A Mosque for all: Masjid-e-Quba invites people of other faiths to show what goes on inside a mosque

Written by Nikhat Fatima | Published on: June 20, 2018

Many non-Muslims may have visited mosques as part of a tourist attraction and admired the mosque for its architecture and the history behind it without actually knowing what happens in a mosque apart from the namaz/ prayer. For the first time in Hyderabad and maybe even in India, the trustees of the Masjid-e-Quba initiated a unique program called “ Open Mosque” just after Eid ul Fitr by inviting men and women from different faiths to pay a visit to the mosque to get an idea of what goes on inside a mosque.

Masjid-e-Quba, located at Nanalnagar, Hyderabad, is a large structure equipped with air coolers, chandelier and a cellar and can easily accommodate 1,200 people. It has been built by Syed Akthar and designed by architects Naseer Aziz and Zaheer Ahmed in an Egyptian-Arabian style.



As if to extend the celebrations of Eid ul Fitr, the management of the mosque set up this program on 17th June, Sunday, wherein a guided tour of the mosque and later presentations on Islam, its basic tenets, clearing the misconceptions people have regarding Islam was given by volunteers.
 
The welcome at the registration desk was done with a warm greeting, applying attar and handing the visitor with a rose and dates, after which a volunteer first took the visitor to the place where ablution/ Wadhu is done and explaining the importance of the ritual and the procedure.





The visitor is then taken to the gallery which had books on Islamic teachings in English and the local language and displays on the 5 pillars of Islam, on doomsday, death, and the hereafter – all which every Muslim believes in. The displays were also on topics such as terrorism and women’s rights both of which are always in the news for the wrong reasons.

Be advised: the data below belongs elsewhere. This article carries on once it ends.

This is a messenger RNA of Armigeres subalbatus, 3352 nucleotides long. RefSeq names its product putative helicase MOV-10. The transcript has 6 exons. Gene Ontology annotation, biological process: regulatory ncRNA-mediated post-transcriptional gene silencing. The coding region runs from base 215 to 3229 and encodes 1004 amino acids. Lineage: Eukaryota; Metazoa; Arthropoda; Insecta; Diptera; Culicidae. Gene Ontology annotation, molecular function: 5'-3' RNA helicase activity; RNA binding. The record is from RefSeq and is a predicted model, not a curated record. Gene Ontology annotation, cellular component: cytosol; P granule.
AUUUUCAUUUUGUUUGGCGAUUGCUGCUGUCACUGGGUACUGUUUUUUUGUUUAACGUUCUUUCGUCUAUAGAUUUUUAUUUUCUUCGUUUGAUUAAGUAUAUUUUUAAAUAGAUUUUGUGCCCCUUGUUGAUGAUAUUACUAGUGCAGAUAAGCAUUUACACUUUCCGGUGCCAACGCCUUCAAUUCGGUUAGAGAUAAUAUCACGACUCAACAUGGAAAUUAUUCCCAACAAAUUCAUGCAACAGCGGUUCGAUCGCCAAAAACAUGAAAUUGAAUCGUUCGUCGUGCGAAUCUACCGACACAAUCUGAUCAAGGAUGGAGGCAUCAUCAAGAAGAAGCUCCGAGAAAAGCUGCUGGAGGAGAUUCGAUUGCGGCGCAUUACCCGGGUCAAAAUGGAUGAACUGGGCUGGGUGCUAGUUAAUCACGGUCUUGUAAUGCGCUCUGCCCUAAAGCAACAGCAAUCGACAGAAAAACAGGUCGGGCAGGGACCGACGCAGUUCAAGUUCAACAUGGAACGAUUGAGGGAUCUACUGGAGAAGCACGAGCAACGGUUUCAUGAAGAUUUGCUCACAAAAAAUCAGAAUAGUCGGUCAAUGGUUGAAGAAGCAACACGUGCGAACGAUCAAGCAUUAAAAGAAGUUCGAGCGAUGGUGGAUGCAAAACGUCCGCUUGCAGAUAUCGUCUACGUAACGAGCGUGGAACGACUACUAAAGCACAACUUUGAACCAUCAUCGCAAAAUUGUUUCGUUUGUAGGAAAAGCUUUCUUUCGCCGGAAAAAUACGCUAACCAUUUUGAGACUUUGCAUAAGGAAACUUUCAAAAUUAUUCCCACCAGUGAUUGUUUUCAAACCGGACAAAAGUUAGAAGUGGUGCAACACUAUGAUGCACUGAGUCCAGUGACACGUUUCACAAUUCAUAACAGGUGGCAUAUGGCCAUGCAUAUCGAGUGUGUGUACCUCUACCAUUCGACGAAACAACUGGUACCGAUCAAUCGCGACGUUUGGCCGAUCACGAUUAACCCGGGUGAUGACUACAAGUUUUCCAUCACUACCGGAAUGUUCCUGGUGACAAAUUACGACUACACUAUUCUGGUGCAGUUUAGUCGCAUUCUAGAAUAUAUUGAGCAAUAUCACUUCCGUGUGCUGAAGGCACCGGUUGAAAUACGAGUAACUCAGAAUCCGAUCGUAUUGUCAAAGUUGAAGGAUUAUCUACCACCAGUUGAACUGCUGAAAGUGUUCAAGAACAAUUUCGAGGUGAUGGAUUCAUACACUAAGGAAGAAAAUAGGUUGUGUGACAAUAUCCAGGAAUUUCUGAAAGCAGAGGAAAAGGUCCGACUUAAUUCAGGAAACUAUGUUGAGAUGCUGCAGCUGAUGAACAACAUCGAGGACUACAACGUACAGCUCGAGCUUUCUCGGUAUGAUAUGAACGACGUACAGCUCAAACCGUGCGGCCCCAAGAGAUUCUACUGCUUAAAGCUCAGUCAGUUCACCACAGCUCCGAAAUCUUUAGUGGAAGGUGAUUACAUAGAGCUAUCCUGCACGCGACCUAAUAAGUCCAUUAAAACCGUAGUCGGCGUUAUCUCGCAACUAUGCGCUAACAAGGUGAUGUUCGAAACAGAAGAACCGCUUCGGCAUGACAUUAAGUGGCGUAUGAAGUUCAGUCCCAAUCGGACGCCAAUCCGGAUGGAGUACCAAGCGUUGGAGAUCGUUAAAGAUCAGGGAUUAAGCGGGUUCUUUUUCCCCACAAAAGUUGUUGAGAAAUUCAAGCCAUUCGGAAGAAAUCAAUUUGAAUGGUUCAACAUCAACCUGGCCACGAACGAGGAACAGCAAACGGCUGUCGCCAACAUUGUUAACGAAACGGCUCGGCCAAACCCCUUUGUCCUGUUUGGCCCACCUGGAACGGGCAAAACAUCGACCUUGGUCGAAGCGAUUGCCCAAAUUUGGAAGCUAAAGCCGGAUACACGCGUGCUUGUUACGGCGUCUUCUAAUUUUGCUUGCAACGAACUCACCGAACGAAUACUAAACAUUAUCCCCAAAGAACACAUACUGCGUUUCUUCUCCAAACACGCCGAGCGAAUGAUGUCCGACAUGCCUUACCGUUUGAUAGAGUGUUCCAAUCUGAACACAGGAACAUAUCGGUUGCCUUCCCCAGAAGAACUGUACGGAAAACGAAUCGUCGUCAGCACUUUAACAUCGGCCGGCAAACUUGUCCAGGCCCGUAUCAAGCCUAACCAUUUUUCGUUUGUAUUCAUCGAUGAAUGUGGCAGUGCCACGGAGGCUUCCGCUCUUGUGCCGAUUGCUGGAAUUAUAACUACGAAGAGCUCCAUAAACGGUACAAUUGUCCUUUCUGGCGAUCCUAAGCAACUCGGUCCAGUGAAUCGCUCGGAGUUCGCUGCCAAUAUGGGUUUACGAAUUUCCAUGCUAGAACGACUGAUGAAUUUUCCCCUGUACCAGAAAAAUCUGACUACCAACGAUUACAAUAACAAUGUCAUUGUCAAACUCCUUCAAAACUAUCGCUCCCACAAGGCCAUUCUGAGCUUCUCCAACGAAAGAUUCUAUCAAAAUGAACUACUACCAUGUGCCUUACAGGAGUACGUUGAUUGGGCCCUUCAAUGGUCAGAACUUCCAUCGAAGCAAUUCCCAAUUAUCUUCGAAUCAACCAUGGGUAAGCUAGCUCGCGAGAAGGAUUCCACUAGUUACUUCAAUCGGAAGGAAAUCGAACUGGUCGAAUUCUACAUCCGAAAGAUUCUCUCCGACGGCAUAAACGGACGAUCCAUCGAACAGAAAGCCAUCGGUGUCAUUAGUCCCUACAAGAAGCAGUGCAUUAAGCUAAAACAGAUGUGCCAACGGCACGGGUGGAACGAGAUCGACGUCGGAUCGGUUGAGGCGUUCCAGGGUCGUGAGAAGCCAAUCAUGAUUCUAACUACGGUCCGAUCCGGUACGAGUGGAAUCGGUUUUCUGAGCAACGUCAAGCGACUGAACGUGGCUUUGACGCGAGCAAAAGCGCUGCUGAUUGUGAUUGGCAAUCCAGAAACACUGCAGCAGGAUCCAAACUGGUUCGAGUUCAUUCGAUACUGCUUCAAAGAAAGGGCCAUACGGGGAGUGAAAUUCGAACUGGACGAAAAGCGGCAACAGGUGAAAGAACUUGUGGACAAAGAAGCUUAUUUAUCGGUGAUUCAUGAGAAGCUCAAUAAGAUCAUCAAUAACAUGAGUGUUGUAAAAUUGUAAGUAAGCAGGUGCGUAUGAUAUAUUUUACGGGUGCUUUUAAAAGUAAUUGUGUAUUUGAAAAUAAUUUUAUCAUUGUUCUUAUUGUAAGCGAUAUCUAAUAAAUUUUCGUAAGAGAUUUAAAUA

The volunteers explained in detail on all of these topics and answered the questions/ doubts patiently to the men and women who were all inside a mosque for the first time and grappling with so much of knowledge about Muslims and Islam.



“Our main purpose of initiating this program is to clear all the misconceptions people of different faith to have about Islam and a Masjid,” said Syed Akhtar, one of the trustees of the mosque. “In these hard times, it is important to let people of other faith know what a mosque is and what we do here. We want them to understand Islam is all about peace and co-existence with people from all other faiths”.



A mosque is a place where all activities concerning Muslims take place. It is not just for prayers. Children are taught to read and learn the Quran; Muslims gather at the mosque to perform the Nikah, the final prayers of the dead person called Namaz-e-Janaza are also performed here, people discuss their problems and seek a solution by consulting the elders in the mosque in the light of the judicial tenets of Islam.



In short, it is a place wherein all social activities used to take place. And we want to revive this practice of our beloved prophet who used to also conduct meetings with foreign delegates at the mosque. The prophet used to allow Christians and the Jews–the two faiths that existed then–in the mosque.

One of the trustees added that they want to revive this practice.
As soon as the Azaan, the call to prayer sounded and the afternoon prayer was over, the meaning and process of Namaz were explained to the visitors.

Visitors welcome the initiative
Simrat and Tarun Deep, two visitors, said this was the first time they had entered a mosque and they did not know much about what took place in a mosque, now they knew and appreciated the program very much.



Another person, Sitaram who lived in the same locality and had always seen the mosque from outside had come inside for the first time. He said he learnt more about Islamic beliefs and that Islam teaches kindness, humanity and compassion towards all living beings.

Gita Ramaswamy, a feminist and women’s rights activist, felt visiting a mosque to dispel the doubts people may harbour is fine but to build communal harmony we need to work beyond this.



Copies of the Holy Quran were distributed along with other literature on Islam. The trustees said they want to continue this activity and reach out to more people at this time being the first time only about 2 dozen people from other faiths had visited.



All the visitors were treated to the Eid delicacy “Sheer khurma” before leaving the mosque.